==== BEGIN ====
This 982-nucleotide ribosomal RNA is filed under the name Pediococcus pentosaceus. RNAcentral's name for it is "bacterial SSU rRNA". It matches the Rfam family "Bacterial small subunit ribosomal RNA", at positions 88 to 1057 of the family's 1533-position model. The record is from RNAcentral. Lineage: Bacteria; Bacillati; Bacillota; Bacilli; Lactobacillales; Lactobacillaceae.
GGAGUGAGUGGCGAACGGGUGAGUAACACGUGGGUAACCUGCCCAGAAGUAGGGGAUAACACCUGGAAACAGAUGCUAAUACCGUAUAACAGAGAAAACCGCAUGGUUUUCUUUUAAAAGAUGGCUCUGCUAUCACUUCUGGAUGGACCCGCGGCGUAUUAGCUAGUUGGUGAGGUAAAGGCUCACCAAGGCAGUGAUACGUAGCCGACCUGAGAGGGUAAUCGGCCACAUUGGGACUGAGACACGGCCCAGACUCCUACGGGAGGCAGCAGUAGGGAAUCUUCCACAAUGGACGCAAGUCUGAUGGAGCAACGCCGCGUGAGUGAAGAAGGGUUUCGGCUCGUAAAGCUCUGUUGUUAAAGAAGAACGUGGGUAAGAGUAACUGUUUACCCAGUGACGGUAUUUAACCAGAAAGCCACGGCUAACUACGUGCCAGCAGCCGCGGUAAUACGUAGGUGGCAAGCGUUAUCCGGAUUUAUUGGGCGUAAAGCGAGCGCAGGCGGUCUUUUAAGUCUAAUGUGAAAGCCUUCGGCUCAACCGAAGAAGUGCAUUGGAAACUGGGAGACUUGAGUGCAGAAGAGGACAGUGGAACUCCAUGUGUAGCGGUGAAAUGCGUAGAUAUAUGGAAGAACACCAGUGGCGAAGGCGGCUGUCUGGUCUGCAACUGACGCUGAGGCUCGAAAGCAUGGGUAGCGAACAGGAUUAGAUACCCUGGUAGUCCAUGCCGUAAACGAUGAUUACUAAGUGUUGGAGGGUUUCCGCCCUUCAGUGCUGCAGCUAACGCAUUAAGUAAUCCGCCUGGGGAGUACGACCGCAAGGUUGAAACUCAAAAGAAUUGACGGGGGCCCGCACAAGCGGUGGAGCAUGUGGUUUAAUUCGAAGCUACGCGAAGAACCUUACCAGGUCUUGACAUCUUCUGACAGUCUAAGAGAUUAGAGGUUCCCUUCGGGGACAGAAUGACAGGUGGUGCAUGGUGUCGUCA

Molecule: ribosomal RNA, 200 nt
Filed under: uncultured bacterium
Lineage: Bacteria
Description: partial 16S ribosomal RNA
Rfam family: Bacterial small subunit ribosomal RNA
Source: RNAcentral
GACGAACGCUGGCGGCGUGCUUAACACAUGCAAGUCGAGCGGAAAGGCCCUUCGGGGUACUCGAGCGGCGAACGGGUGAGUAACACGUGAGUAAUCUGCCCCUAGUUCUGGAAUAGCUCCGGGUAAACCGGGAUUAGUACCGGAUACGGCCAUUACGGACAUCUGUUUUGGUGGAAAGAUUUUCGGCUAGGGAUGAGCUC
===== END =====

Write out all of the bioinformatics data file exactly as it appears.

This 982-nucleotide ribosomal RNA is filed under the name Pediococcus pentosaceus. RNAcentral's name for it is "bacterial SSU rRNA". It matches the Rfam family "Bacterial small subunit ribosomal RNA", at positions 88 to 1057 of the family's 1533-position model. The record is from RNAcentral. Lineage: Bacteria; Bacillati; Bacillota; Bacilli; Lactobacillales; Lactobacillaceae.
GGAGUGAGUGGCGAACGGGUGAGUAACACGUGGGUAACCUGCCCAGAAGUAGGGGAUAACACCUGGAAACAGAUGCUAAUACCGUAUAACAGAGAAAACCGCAUGGUUUUCUUUUAAAAGAUGGCUCUGCUAUCACUUCUGGAUGGACCCGCGGCGUAUUAGCUAGUUGGUGAGGUAAAGGCUCACCAAGGCAGUGAUACGUAGCCGACCUGAGAGGGUAAUCGGCCACAUUGGGACUGAGACACGGCCCAGACUCCUACGGGAGGCAGCAGUAGGGAAUCUUCCACAAUGGACGCAAGUCUGAUGGAGCAACGCCGCGUGAGUGAAGAAGGGUUUCGGCUCGUAAAGCUCUGUUGUUAAAGAAGAACGUGGGUAAGAGUAACUGUUUACCCAGUGACGGUAUUUAACCAGAAAGCCACGGCUAACUACGUGCCAGCAGCCGCGGUAAUACGUAGGUGGCAAGCGUUAUCCGGAUUUAUUGGGCGUAAAGCGAGCGCAGGCGGUCUUUUAAGUCUAAUGUGAAAGCCUUCGGCUCAACCGAAGAAGUGCAUUGGAAACUGGGAGACUUGAGUGCAGAAGAGGACAGUGGAACUCCAUGUGUAGCGGUGAAAUGCGUAGAUAUAUGGAAGAACACCAGUGGCGAAGGCGGCUGUCUGGUCUGCAACUGACGCUGAGGCUCGAAAGCAUGGGUAGCGAACAGGAUUAGAUACCCUGGUAGUCCAUGCCGUAAACGAUGAUUACUAAGUGUUGGAGGGUUUCCGCCCUUCAGUGCUGCAGCUAACGCAUUAAGUAAUCCGCCUGGGGAGUACGACCGCAAGGUUGAAACUCAAAAGAAUUGACGGGGGCCCGCACAAGCGGUGGAGCAUGUGGUUUAAUUCGAAGCUACGCGAAGAACCUUACCAGGUCUUGACAUCUUCUGACAGUCUAAGAGAUUAGAGGUUCCCUUCGGGGACAGAAUGACAGGUGGUGCAUGGUGUCGUCA

Molecule: ribosomal RNA, 200 nt
Filed under: uncultured bacterium
Lineage: Bacteria
Description: partial 16S ribosomal RNA
Rfam family: Bacterial small subunit ribosomal RNA
Source: RNAcentral
GACGAACGCUGGCGGCGUGCUUAACACAUGCAAGUCGAGCGGAAAGGCCCUUCGGGGUACUCGAGCGGCGAACGGGUGAGUAACACGUGAGUAAUCUGCCCCUAGUUCUGGAAUAGCUCCGGGUAAACCGGGAUUAGUACCGGAUACGGCCAUUACGGACAUCUGUUUUGGUGGAAAGAUUUUCGGCUAGGGAUGAGCUC